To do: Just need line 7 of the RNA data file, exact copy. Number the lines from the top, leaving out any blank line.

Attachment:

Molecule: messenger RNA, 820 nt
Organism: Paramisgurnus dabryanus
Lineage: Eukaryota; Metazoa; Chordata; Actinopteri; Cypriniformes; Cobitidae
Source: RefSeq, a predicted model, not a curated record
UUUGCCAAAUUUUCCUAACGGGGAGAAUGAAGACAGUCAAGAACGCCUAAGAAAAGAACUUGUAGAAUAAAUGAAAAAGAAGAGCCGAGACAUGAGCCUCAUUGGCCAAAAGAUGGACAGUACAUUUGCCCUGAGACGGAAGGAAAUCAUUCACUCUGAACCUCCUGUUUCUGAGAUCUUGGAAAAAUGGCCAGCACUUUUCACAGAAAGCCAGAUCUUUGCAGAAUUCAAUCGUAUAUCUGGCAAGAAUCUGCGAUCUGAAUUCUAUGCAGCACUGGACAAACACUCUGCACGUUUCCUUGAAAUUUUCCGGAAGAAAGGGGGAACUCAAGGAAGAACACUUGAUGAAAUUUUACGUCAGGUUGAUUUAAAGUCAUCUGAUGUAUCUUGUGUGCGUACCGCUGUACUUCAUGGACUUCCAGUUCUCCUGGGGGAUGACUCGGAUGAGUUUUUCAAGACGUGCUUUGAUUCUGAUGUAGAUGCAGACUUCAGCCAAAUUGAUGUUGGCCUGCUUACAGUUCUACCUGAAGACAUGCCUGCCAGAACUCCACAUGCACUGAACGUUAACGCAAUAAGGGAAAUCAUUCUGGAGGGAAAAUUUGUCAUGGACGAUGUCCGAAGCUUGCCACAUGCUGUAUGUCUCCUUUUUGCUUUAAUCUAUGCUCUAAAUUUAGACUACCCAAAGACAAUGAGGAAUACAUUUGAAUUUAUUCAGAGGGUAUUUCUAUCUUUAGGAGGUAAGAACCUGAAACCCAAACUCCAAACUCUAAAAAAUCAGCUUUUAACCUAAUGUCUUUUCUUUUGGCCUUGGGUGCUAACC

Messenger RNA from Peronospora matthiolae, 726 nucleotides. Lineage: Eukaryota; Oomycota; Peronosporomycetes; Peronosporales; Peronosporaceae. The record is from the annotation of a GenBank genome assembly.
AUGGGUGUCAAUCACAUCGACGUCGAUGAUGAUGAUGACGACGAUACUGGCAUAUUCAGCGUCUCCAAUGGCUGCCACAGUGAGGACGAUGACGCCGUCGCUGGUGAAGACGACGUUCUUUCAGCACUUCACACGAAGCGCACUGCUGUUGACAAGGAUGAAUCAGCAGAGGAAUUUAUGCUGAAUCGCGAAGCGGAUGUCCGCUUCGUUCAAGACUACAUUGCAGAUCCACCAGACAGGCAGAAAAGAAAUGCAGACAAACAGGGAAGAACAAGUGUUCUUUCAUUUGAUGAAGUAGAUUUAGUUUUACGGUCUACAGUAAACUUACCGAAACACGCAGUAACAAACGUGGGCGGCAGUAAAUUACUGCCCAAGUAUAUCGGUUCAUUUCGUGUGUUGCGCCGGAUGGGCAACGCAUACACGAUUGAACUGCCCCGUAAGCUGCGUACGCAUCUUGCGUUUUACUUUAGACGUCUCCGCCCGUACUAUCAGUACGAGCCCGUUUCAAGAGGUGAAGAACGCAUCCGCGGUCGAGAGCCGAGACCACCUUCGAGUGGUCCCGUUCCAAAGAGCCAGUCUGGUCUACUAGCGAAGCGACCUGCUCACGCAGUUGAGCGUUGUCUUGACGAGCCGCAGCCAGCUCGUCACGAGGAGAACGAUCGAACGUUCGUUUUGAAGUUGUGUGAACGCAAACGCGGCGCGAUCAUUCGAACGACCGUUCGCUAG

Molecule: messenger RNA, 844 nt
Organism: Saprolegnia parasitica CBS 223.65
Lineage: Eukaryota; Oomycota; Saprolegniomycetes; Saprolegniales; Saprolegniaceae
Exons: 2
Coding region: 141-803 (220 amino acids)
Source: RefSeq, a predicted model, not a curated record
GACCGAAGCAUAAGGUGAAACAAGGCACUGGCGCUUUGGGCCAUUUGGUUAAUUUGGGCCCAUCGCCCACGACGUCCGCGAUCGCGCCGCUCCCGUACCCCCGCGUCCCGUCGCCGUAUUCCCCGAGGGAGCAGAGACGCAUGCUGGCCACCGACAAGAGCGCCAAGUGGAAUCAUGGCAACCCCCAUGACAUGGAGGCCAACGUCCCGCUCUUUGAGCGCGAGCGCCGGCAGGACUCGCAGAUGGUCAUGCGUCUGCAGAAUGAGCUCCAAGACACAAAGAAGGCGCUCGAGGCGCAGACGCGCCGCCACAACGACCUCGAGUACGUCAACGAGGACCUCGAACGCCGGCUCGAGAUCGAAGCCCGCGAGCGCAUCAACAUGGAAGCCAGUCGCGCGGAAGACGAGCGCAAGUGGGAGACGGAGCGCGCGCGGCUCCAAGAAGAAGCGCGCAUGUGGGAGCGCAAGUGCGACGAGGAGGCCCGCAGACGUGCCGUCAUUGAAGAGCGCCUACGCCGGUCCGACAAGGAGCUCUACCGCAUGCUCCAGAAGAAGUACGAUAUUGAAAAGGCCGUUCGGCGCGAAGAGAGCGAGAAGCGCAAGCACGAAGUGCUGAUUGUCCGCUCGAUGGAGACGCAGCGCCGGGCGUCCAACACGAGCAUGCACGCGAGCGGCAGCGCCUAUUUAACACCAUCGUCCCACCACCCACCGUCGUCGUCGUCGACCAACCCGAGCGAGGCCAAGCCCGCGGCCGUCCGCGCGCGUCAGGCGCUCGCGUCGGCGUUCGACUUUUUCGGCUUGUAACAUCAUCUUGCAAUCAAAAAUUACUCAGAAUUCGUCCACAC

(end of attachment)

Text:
AUGGGUGUCAAUCACAUCGACGUCGAUGAUGAUGAUGACGACGAUACUGGCAUAUUCAGCGUCUCCAAUGGCUGCCACAGUGAGGACGAUGACGCCGUCGCUGGUGAAGACGACGUUCUUUCAGCACUUCACACGAAGCGCACUGCUGUUGACAAGGAUGAAUCAGCAGAGGAAUUUAUGCUGAAUCGCGAAGCGGAUGUCCGCUUCGUUCAAGACUACAUUGCAGAUCCACCAGACAGGCAGAAAAGAAAUGCAGACAAACAGGGAAGAACAAGUGUUCUUUCAUUUGAUGAAGUAGAUUUAGUUUUACGGUCUACAGUAAACUUACCGAAACACGCAGUAACAAACGUGGGCGGCAGUAAAUUACUGCCCAAGUAUAUCGGUUCAUUUCGUGUGUUGCGCCGGAUGGGCAACGCAUACACGAUUGAACUGCCCCGUAAGCUGCGUACGCAUCUUGCGUUUUACUUUAGACGUCUCCGCCCGUACUAUCAGUACGAGCCCGUUUCAAGAGGUGAAGAACGCAUCCGCGGUCGAGAGCCGAGACCACCUUCGAGUGGUCCCGUUCCAAAGAGCCAGUCUGGUCUACUAGCGAAGCGACCUGCUCACGCAGUUGAGCGUUGUCUUGACGAGCCGCAGCCAGCUCGUCACGAGGAGAACGAUCGAACGUUCGUUUUGAAGUUGUGUGAACGCAAACGCGGCGCGAUCAUUCGAACGACCGUUCGCUAG